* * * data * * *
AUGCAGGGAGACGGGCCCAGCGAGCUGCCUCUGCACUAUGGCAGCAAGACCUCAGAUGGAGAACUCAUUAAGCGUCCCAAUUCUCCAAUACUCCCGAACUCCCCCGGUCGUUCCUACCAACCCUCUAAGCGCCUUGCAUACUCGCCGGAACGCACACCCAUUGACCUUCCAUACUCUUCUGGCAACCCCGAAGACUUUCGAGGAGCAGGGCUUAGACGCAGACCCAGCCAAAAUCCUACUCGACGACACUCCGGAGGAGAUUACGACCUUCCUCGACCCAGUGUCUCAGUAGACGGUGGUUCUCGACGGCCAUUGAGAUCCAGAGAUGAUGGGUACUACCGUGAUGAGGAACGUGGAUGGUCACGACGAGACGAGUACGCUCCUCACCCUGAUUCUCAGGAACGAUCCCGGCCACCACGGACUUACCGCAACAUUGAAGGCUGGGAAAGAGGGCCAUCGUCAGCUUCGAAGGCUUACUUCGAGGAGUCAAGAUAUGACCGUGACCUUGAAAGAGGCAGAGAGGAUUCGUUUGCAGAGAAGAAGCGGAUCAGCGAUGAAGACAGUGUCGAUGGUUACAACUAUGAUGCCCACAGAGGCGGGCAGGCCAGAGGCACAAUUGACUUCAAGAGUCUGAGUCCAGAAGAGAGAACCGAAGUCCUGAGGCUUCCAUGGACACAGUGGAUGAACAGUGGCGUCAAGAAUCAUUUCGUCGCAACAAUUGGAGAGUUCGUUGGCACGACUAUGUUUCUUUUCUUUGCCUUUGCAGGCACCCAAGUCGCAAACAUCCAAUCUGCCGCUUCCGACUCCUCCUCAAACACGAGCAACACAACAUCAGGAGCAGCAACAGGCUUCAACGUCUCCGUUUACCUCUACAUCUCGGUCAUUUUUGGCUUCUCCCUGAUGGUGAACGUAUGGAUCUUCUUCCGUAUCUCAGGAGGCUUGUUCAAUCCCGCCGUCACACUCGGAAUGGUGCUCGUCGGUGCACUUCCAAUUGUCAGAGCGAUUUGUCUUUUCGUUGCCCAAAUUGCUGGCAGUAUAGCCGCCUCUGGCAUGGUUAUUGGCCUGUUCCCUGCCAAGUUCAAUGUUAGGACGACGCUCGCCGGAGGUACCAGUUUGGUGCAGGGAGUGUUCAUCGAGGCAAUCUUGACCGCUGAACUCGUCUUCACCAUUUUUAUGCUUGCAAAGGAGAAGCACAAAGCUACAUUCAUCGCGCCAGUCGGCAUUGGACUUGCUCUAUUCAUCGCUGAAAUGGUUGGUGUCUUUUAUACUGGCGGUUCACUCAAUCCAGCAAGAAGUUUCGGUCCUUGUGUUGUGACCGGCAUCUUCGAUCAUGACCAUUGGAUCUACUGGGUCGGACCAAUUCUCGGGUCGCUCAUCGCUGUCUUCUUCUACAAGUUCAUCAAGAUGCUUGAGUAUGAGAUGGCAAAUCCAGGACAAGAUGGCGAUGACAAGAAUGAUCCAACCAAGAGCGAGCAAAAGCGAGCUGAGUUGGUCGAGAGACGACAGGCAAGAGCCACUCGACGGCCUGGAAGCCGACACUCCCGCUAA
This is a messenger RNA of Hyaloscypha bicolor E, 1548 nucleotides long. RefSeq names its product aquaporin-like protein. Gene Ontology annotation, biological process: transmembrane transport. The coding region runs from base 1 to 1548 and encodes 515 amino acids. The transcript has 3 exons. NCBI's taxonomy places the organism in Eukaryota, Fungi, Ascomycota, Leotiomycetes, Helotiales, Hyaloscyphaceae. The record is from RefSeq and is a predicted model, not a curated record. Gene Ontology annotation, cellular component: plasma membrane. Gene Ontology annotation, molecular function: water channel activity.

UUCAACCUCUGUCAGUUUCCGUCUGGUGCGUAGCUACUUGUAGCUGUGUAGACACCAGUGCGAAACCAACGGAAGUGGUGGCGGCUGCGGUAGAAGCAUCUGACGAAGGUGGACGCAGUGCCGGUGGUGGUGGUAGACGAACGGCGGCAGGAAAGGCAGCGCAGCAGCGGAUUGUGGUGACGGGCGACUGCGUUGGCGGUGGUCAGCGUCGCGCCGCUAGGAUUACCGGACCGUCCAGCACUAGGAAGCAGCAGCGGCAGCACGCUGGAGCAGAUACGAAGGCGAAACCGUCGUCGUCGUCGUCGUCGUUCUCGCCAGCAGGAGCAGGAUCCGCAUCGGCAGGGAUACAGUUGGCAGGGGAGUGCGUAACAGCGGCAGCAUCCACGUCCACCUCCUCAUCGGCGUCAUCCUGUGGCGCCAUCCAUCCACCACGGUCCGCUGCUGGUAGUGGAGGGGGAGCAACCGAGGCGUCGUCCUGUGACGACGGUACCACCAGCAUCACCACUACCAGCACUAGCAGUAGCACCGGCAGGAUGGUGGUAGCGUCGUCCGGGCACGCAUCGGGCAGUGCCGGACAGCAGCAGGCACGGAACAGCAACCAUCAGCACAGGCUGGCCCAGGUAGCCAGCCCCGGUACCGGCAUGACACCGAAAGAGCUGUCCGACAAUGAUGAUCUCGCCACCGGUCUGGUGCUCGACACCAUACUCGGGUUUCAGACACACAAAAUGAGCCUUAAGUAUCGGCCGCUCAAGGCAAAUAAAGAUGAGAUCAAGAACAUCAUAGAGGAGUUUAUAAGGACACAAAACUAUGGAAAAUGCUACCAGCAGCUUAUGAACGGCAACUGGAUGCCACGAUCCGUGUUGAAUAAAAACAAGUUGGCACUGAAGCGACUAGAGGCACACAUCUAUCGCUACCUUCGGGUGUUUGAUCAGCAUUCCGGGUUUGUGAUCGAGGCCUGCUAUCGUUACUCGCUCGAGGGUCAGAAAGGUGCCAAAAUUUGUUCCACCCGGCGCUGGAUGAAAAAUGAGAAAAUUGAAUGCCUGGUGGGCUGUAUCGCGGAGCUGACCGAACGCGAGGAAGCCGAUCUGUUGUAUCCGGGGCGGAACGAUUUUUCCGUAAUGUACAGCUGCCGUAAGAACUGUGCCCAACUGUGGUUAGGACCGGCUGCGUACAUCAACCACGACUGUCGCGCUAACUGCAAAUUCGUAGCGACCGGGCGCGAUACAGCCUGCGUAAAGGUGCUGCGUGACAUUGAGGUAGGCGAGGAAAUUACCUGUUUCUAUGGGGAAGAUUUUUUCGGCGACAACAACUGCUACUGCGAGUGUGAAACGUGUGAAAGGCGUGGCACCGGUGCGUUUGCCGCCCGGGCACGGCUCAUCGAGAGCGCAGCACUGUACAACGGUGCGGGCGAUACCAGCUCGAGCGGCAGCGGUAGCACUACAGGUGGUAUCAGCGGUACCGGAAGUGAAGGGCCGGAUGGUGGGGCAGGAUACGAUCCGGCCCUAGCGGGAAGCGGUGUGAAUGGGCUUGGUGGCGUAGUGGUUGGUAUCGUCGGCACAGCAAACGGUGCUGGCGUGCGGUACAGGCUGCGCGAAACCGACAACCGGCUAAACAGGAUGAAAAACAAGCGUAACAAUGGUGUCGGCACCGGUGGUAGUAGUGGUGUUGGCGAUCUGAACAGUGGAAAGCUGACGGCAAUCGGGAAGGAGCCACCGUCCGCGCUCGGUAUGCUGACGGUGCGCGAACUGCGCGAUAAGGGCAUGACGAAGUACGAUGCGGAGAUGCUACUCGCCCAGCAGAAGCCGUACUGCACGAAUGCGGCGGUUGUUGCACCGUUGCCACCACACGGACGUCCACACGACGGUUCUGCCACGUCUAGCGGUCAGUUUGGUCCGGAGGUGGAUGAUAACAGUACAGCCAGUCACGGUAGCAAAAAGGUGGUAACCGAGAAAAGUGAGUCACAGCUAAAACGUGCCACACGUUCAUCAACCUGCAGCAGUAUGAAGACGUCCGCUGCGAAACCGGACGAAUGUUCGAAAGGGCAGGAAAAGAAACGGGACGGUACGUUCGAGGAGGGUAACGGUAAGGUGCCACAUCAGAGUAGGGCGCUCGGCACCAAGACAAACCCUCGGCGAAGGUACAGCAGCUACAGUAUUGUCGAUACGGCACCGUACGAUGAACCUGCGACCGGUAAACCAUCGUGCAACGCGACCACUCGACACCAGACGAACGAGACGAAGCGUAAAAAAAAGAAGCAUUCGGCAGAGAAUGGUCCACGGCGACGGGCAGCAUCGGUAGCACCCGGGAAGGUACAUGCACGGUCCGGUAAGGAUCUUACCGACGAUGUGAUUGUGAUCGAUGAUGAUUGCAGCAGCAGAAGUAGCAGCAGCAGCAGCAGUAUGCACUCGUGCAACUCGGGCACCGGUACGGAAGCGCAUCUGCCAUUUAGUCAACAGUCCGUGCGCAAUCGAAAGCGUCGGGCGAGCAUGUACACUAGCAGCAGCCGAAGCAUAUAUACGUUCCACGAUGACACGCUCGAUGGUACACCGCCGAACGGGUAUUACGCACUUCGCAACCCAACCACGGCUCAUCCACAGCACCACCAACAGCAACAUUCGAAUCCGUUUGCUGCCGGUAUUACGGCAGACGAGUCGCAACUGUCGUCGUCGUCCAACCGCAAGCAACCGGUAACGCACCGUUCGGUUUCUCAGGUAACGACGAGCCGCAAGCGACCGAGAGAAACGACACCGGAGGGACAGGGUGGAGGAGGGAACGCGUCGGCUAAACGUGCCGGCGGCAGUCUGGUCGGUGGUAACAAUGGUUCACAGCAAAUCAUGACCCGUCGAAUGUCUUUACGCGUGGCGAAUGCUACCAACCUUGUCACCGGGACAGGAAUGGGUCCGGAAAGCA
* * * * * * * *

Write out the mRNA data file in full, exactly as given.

AUGCAGGGAGACGGGCCCAGCGAGCUGCCUCUGCACUAUGGCAGCAAGACCUCAGAUGGAGAACUCAUUAAGCGUCCCAAUUCUCCAAUACUCCCGAACUCCCCCGGUCGUUCCUACCAACCCUCUAAGCGCCUUGCAUACUCGCCGGAACGCACACCCAUUGACCUUCCAUACUCUUCUGGCAACCCCGAAGACUUUCGAGGAGCAGGGCUUAGACGCAGACCCAGCCAAAAUCCUACUCGACGACACUCCGGAGGAGAUUACGACCUUCCUCGACCCAGUGUCUCAGUAGACGGUGGUUCUCGACGGCCAUUGAGAUCCAGAGAUGAUGGGUACUACCGUGAUGAGGAACGUGGAUGGUCACGACGAGACGAGUACGCUCCUCACCCUGAUUCUCAGGAACGAUCCCGGCCACCACGGACUUACCGCAACAUUGAAGGCUGGGAAAGAGGGCCAUCGUCAGCUUCGAAGGCUUACUUCGAGGAGUCAAGAUAUGACCGUGACCUUGAAAGAGGCAGAGAGGAUUCGUUUGCAGAGAAGAAGCGGAUCAGCGAUGAAGACAGUGUCGAUGGUUACAACUAUGAUGCCCACAGAGGCGGGCAGGCCAGAGGCACAAUUGACUUCAAGAGUCUGAGUCCAGAAGAGAGAACCGAAGUCCUGAGGCUUCCAUGGACACAGUGGAUGAACAGUGGCGUCAAGAAUCAUUUCGUCGCAACAAUUGGAGAGUUCGUUGGCACGACUAUGUUUCUUUUCUUUGCCUUUGCAGGCACCCAAGUCGCAAACAUCCAAUCUGCCGCUUCCGACUCCUCCUCAAACACGAGCAACACAACAUCAGGAGCAGCAACAGGCUUCAACGUCUCCGUUUACCUCUACAUCUCGGUCAUUUUUGGCUUCUCCCUGAUGGUGAACGUAUGGAUCUUCUUCCGUAUCUCAGGAGGCUUGUUCAAUCCCGCCGUCACACUCGGAAUGGUGCUCGUCGGUGCACUUCCAAUUGUCAGAGCGAUUUGUCUUUUCGUUGCCCAAAUUGCUGGCAGUAUAGCCGCCUCUGGCAUGGUUAUUGGCCUGUUCCCUGCCAAGUUCAAUGUUAGGACGACGCUCGCCGGAGGUACCAGUUUGGUGCAGGGAGUGUUCAUCGAGGCAAUCUUGACCGCUGAACUCGUCUUCACCAUUUUUAUGCUUGCAAAGGAGAAGCACAAAGCUACAUUCAUCGCGCCAGUCGGCAUUGGACUUGCUCUAUUCAUCGCUGAAAUGGUUGGUGUCUUUUAUACUGGCGGUUCACUCAAUCCAGCAAGAAGUUUCGGUCCUUGUGUUGUGACCGGCAUCUUCGAUCAUGACCAUUGGAUCUACUGGGUCGGACCAAUUCUCGGGUCGCUCAUCGCUGUCUUCUUCUACAAGUUCAUCAAGAUGCUUGAGUAUGAGAUGGCAAAUCCAGGACAAGAUGGCGAUGACAAGAAUGAUCCAACCAAGAGCGAGCAAAAGCGAGCUGAGUUGGUCGAGAGACGACAGGCAAGAGCCACUCGACGGCCUGGAAGCCGACACUCCCGCUAA
This is a messenger RNA of Hyaloscypha bicolor E, 1548 nucleotides long. RefSeq names its product aquaporin-like protein. Gene Ontology annotation, biological process: transmembrane transport. The coding region runs from base 1 to 1548 and encodes 515 amino acids. The transcript has 3 exons. NCBI's taxonomy places the organism in Eukaryota, Fungi, Ascomycota, Leotiomycetes, Helotiales, Hyaloscyphaceae. The record is from RefSeq and is a predicted model, not a curated record. Gene Ontology annotation, cellular component: plasma membrane. Gene Ontology annotation, molecular function: water channel activity.

UUCAACCUCUGUCAGUUUCCGUCUGGUGCGUAGCUACUUGUAGCUGUGUAGACACCAGUGCGAAACCAACGGAAGUGGUGGCGGCUGCGGUAGAAGCAUCUGACGAAGGUGGACGCAGUGCCGGUGGUGGUGGUAGACGAACGGCGGCAGGAAAGGCAGCGCAGCAGCGGAUUGUGGUGACGGGCGACUGCGUUGGCGGUGGUCAGCGUCGCGCCGCUAGGAUUACCGGACCGUCCAGCACUAGGAAGCAGCAGCGGCAGCACGCUGGAGCAGAUACGAAGGCGAAACCGUCGUCGUCGUCGUCGUCGUUCUCGCCAGCAGGAGCAGGAUCCGCAUCGGCAGGGAUACAGUUGGCAGGGGAGUGCGUAACAGCGGCAGCAUCCACGUCCACCUCCUCAUCGGCGUCAUCCUGUGGCGCCAUCCAUCCACCACGGUCCGCUGCUGGUAGUGGAGGGGGAGCAACCGAGGCGUCGUCCUGUGACGACGGUACCACCAGCAUCACCACUACCAGCACUAGCAGUAGCACCGGCAGGAUGGUGGUAGCGUCGUCCGGGCACGCAUCGGGCAGUGCCGGACAGCAGCAGGCACGGAACAGCAACCAUCAGCACAGGCUGGCCCAGGUAGCCAGCCCCGGUACCGGCAUGACACCGAAAGAGCUGUCCGACAAUGAUGAUCUCGCCACCGGUCUGGUGCUCGACACCAUACUCGGGUUUCAGACACACAAAAUGAGCCUUAAGUAUCGGCCGCUCAAGGCAAAUAAAGAUGAGAUCAAGAACAUCAUAGAGGAGUUUAUAAGGACACAAAACUAUGGAAAAUGCUACCAGCAGCUUAUGAACGGCAACUGGAUGCCACGAUCCGUGUUGAAUAAAAACAAGUUGGCACUGAAGCGACUAGAGGCACACAUCUAUCGCUACCUUCGGGUGUUUGAUCAGCAUUCCGGGUUUGUGAUCGAGGCCUGCUAUCGUUACUCGCUCGAGGGUCAGAAAGGUGCCAAAAUUUGUUCCACCCGGCGCUGGAUGAAAAAUGAGAAAAUUGAAUGCCUGGUGGGCUGUAUCGCGGAGCUGACCGAACGCGAGGAAGCCGAUCUGUUGUAUCCGGGGCGGAACGAUUUUUCCGUAAUGUACAGCUGCCGUAAGAACUGUGCCCAACUGUGGUUAGGACCGGCUGCGUACAUCAACCACGACUGUCGCGCUAACUGCAAAUUCGUAGCGACCGGGCGCGAUACAGCCUGCGUAAAGGUGCUGCGUGACAUUGAGGUAGGCGAGGAAAUUACCUGUUUCUAUGGGGAAGAUUUUUUCGGCGACAACAACUGCUACUGCGAGUGUGAAACGUGUGAAAGGCGUGGCACCGGUGCGUUUGCCGCCCGGGCACGGCUCAUCGAGAGCGCAGCACUGUACAACGGUGCGGGCGAUACCAGCUCGAGCGGCAGCGGUAGCACUACAGGUGGUAUCAGCGGUACCGGAAGUGAAGGGCCGGAUGGUGGGGCAGGAUACGAUCCGGCCCUAGCGGGAAGCGGUGUGAAUGGGCUUGGUGGCGUAGUGGUUGGUAUCGUCGGCACAGCAAACGGUGCUGGCGUGCGGUACAGGCUGCGCGAAACCGACAACCGGCUAAACAGGAUGAAAAACAAGCGUAACAAUGGUGUCGGCACCGGUGGUAGUAGUGGUGUUGGCGAUCUGAACAGUGGAAAGCUGACGGCAAUCGGGAAGGAGCCACCGUCCGCGCUCGGUAUGCUGACGGUGCGCGAACUGCGCGAUAAGGGCAUGACGAAGUACGAUGCGGAGAUGCUACUCGCCCAGCAGAAGCCGUACUGCACGAAUGCGGCGGUUGUUGCACCGUUGCCACCACACGGACGUCCACACGACGGUUCUGCCACGUCUAGCGGUCAGUUUGGUCCGGAGGUGGAUGAUAACAGUACAGCCAGUCACGGUAGCAAAAAGGUGGUAACCGAGAAAAGUGAGUCACAGCUAAAACGUGCCACACGUUCAUCAACCUGCAGCAGUAUGAAGACGUCCGCUGCGAAACCGGACGAAUGUUCGAAAGGGCAGGAAAAGAAACGGGACGGUACGUUCGAGGAGGGUAACGGUAAGGUGCCACAUCAGAGUAGGGCGCUCGGCACCAAGACAAACCCUCGGCGAAGGUACAGCAGCUACAGUAUUGUCGAUACGGCACCGUACGAUGAACCUGCGACCGGUAAACCAUCGUGCAACGCGACCACUCGACACCAGACGAACGAGACGAAGCGUAAAAAAAAGAAGCAUUCGGCAGAGAAUGGUCCACGGCGACGGGCAGCAUCGGUAGCACCCGGGAAGGUACAUGCACGGUCCGGUAAGGAUCUUACCGACGAUGUGAUUGUGAUCGAUGAUGAUUGCAGCAGCAGAAGUAGCAGCAGCAGCAGCAGUAUGCACUCGUGCAACUCGGGCACCGGUACGGAAGCGCAUCUGCCAUUUAGUCAACAGUCCGUGCGCAAUCGAAAGCGUCGGGCGAGCAUGUACACUAGCAGCAGCCGAAGCAUAUAUACGUUCCACGAUGACACGCUCGAUGGUACACCGCCGAACGGGUAUUACGCACUUCGCAACCCAACCACGGCUCAUCCACAGCACCACCAACAGCAACAUUCGAAUCCGUUUGCUGCCGGUAUUACGGCAGACGAGUCGCAACUGUCGUCGUCGUCCAACCGCAAGCAACCGGUAACGCACCGUUCGGUUUCUCAGGUAACGACGAGCCGCAAGCGACCGAGAGAAACGACACCGGAGGGACAGGGUGGAGGAGGGAACGCGUCGGCUAAACGUGCCGGCGGCAGUCUGGUCGGUGGUAACAAUGGUUCACAGCAAAUCAUGACCCGUCGAAUGUCUUUACGCGUGGCGAAUGCUACCAACCUUGUCACCGGGACAGGAAUGGGUCCGGAAAGCA